- Obese children and teenagers have different gut microflora
- Eight groups of gut microflora are linked to the amount of fat in the body
- Out of the eight groups, microbial communities in four groups were high and the other four were low
- Obese children tended to have higher levels of short chain fatty acids in the blood
Link Between Gut Microbiota and Body Fat in Children and Teenagers
‘Obese children had higher levels of short- chain fatty acids produced by some types of gut bacteria, which are associated with the production of fat in the liver.’
AdvertisementThe researchers examined the gut microflora and body weight in 84 children and teenagers between the ages of seven and 20 years. Twenty-seven participants were obese, 35 were severely obese, seven were overweight and 15 were normal weight. Gut microflora of the participants' was analyzed. Body fat partitioning measured using MRI and blood samples were collected. The participants' food intake was assessed with a three-day food diary.
The findings showed that eight groups of gut microflora were linked to the amount of body fat. In obese children and teenagers, four microbial communities tended to flourish compared to the lean counterparts. Other four microbial communities were in smaller amounts in participants who were obese compared to children and teenagers of normal weight. The gut microflora found in obese participants digested carbohydrates more efficiently than the gut microflora in normal-weight counterparts. The researchers also found that obese children tended to have higher levels of short-chain fatty acids in the blood than normal weight children. The study found an association between short-chain fatty acids produced by some types of gut bacteria and production of fat in the liver. Thus, targeted modifications to the specific species of bacteria could help prevent or treat obesity in the future.
Obesity among children and teenagers is one of the most serious public health challenges of the 21st century. About 17 percent of the children and teens in the United States are obese, according to the US Centers for Disease Control and Prevention.
"Our findings show children and teenagers with obesity have a different composition of gut flora than lean youth," said the study's senior author, Nicola Santoro, MD, PhD, Associate Research Scientist in the Department of Pediatrics at Yale University in New Haven, Connecticut. "This suggests that targeted modifications to the specific species composing the human microbiota could be developed and could help to prevent or treat early-onset obesity in the future."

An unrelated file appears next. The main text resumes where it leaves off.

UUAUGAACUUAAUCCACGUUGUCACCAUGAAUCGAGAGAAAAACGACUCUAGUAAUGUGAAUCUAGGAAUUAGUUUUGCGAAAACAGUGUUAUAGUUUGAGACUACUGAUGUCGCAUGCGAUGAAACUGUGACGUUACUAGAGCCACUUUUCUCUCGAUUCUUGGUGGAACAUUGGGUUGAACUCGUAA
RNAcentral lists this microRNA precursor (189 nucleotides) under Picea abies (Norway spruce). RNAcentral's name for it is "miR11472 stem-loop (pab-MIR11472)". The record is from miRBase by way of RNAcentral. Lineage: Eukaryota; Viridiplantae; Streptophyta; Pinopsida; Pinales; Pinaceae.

Short-chain fatty acids are converted to fat within the liver and then accumulate in the fat tissue, said Santoro. "This association could signal that children with certain gut bacteria face a long-term risk of developing obesity."
Other Studies Linking Gut Microbiota and Obesity
Studies conducted previously have linked obesity to changes in gut microbial composition and physiology. According to a study published in the journal Nature, (2009), obesity is associated with phylum-level changes in the microbiota, reduced bacterial diversity and altered representation of bacterial genes and metabolic pathways.
A study published in Molecular Metabolism, (2016), showed that changes in gut microflora composition contribute to obesity by affecting the production of satiety-inducing signals. Restoring gut microbial homeostasis by consuming probiotics, therapeutic microbes and certain fibers could prevent or treat obesity.
Another study published in Environmental Microbiology, (2016), found that childhood obesity was associated with an altered microflora characterized by higher levels of Firmicutes and lower levels of Bacteroidetes. Short-chain fatty acids are metabolites produced by gut bacteria, which was higher in obese children, suggesting a strong link between microbiota and obesity.
The study, "Role of Gut Microbiota and Short Chain Fatty Acids in Modulating Energy Harvest and Fat Partitioning in Youth," is published int the Endocrine Society's Journal of Clinical Endocrinology & Metabolism.
- Childhood Overweight and Obesity - (http://www.who.int/dietphysicalactivity/childhood/en/)
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